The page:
Tuesday, September 25, 2012

In Training: Lulu learns the down command

This is Lulu.

I made it myself. ;)

It is also one of the reasons Lulu started lessons last week with a trainer at PetCo.

It's not that Lulu is a bad dog. She just has some things that make her rough around the edges. She has to meet every dog she sees. She jumps on people to say hello. She sometimes tears into things when she's home alone.

So we are doing four private lessons to smooth out those edges. And it won't be easy.

Lesson One: Down.

My trainer says the goal is once she learns down, we'll add the word "settle." That way when she needs to calm down, I can get her to do so.

Now in the books I've read, you take the treat and bring it down, and the dog eventually follows by the nose. That never worked with Lulu.

Lulu will do anything for a treat. And Lulu is learning with a clicker too. But this wasn't easy.

Lulu needed to follow the treat. The trainer at least got her to understand down. She followed the treat through his legs.

It took all hour to get her to do this.  And she had to be prompted.

But now...

Sunday, September 23, 2012

Caturday: Life with beagle from the cat's point of view

The servant feels guilty for all the time she spends with the beast, so she is permitting me to take to this machine and meow my mind.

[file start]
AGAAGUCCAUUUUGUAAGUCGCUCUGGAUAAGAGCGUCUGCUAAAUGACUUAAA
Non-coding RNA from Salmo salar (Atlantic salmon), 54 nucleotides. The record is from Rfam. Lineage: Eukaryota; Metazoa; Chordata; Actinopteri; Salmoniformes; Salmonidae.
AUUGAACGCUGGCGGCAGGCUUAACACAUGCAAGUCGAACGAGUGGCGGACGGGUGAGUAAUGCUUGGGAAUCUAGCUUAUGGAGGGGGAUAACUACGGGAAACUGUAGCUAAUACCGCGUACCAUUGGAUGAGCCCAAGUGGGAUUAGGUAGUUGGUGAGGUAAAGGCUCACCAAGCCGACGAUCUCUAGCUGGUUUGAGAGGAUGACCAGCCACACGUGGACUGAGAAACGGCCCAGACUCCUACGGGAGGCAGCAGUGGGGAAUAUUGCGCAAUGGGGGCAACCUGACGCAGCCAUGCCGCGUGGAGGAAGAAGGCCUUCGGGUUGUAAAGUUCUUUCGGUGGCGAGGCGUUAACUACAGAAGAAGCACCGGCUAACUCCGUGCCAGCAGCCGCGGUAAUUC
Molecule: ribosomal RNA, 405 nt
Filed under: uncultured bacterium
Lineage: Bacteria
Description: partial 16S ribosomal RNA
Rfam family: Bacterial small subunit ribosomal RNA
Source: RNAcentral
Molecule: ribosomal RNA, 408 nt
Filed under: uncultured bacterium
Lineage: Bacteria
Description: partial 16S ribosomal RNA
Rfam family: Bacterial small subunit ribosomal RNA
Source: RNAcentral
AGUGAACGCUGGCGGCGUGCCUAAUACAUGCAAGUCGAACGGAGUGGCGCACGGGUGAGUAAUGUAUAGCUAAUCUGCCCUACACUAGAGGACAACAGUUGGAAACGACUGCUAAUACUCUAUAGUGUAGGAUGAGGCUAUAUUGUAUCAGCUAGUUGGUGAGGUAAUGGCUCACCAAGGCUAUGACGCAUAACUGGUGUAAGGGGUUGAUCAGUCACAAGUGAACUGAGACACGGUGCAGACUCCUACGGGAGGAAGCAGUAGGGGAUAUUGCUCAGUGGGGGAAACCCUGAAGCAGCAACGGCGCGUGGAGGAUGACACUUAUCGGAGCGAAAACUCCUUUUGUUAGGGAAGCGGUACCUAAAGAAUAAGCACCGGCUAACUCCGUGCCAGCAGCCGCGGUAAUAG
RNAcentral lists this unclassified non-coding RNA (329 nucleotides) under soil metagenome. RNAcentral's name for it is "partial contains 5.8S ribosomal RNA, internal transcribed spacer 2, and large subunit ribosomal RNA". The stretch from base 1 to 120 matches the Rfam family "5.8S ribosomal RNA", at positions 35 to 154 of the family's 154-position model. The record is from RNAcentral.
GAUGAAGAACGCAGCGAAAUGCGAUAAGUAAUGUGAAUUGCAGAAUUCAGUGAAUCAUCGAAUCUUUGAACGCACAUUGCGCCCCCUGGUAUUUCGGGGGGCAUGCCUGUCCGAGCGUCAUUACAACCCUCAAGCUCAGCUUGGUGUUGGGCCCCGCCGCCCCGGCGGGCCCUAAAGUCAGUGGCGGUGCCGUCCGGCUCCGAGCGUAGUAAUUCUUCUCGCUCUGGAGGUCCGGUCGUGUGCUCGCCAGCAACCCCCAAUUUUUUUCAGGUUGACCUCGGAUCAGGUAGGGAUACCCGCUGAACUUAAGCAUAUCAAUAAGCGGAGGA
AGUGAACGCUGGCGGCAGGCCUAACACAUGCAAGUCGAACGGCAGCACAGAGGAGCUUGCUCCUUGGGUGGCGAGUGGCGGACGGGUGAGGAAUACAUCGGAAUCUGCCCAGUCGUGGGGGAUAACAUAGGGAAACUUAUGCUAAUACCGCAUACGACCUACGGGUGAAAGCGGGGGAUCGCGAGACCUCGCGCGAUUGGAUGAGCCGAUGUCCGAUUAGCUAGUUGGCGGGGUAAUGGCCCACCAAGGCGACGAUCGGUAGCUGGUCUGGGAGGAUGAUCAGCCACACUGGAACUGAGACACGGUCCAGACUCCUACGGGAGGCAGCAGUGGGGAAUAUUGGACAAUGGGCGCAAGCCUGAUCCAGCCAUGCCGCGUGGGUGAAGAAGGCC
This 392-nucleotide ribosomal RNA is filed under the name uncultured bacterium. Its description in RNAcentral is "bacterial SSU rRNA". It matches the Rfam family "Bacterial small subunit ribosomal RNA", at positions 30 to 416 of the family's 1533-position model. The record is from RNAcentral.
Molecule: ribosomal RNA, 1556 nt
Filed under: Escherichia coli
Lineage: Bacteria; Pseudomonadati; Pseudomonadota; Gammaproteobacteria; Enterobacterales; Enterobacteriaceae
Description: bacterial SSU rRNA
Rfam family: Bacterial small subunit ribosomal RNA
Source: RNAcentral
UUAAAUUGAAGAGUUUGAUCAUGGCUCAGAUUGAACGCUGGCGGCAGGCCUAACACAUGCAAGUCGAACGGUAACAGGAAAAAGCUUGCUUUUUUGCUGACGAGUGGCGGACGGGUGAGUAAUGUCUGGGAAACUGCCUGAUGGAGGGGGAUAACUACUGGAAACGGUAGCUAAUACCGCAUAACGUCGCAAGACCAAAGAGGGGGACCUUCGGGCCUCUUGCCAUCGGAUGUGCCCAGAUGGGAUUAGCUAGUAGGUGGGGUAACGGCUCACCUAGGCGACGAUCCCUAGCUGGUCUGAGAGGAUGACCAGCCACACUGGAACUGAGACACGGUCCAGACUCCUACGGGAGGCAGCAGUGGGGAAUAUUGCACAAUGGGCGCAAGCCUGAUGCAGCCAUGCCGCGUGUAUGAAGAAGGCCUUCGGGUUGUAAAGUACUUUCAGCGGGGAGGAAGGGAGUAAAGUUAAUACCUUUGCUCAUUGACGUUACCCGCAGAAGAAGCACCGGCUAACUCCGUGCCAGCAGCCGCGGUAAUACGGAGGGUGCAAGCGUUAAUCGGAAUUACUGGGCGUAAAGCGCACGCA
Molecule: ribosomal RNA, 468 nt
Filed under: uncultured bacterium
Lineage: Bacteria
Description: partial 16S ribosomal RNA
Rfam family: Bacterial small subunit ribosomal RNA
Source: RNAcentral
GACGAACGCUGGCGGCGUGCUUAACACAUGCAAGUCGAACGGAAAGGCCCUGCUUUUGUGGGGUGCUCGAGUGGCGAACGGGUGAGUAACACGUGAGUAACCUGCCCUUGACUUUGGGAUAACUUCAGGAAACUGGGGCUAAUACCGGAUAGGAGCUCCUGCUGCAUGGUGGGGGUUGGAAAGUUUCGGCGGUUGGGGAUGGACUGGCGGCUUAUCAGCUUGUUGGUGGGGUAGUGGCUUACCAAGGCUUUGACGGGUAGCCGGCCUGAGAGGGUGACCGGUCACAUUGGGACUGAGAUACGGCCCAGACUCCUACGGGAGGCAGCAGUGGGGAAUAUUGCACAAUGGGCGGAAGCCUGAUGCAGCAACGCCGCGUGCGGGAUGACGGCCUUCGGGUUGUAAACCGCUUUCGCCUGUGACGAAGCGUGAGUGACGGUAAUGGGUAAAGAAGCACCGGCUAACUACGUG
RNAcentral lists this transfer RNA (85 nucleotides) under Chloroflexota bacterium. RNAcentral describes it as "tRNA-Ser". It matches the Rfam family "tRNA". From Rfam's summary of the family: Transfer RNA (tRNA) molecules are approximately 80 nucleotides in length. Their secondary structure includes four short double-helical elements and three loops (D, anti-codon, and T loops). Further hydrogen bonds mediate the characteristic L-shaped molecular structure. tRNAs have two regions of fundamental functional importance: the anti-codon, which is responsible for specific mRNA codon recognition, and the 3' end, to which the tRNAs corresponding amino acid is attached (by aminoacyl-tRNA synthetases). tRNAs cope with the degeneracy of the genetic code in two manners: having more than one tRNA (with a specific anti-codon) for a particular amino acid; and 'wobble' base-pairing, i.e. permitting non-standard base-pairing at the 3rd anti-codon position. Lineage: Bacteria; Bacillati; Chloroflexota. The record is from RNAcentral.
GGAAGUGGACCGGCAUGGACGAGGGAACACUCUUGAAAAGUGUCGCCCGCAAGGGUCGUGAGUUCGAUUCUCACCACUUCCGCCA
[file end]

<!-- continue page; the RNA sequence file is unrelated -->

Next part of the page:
I am Galadriel. Rubbish name for a cat. I was named that by my previous servant, who proved unfit, as he preferred the company of beasts. This current servant was adequate, until she too brought a beast into the house.

The servant says the beast's arrival was for my protection as well as hers. Bad men came into our home in the night and took our things. I cried and cried when the servant returned and she would not let me alone. And now every time I hear a man's voice I run and hide.

But is the security the beast provides worth the pains? It steals my food, and the feces from my toilet. It barks when it should be quiet, which is all the time.  And the servant now must include the beast's care in her daily routine, including feeding, and walking. That's less time to care for my grooming.

I'm beginning to think the time is right to move on. Though it's not easy.

This door is quite heavy. And the servant is rather large. She catches me when I try to run out.

I could sneak in her bag when she goes out for the weekend. But the trouble is, she takes the beast with her often. I can't get away.

I suppose I can stay for now. At least the bed is comfy.

Friday, September 21, 2012

Six signs of food poisoning in pets, and preventing it too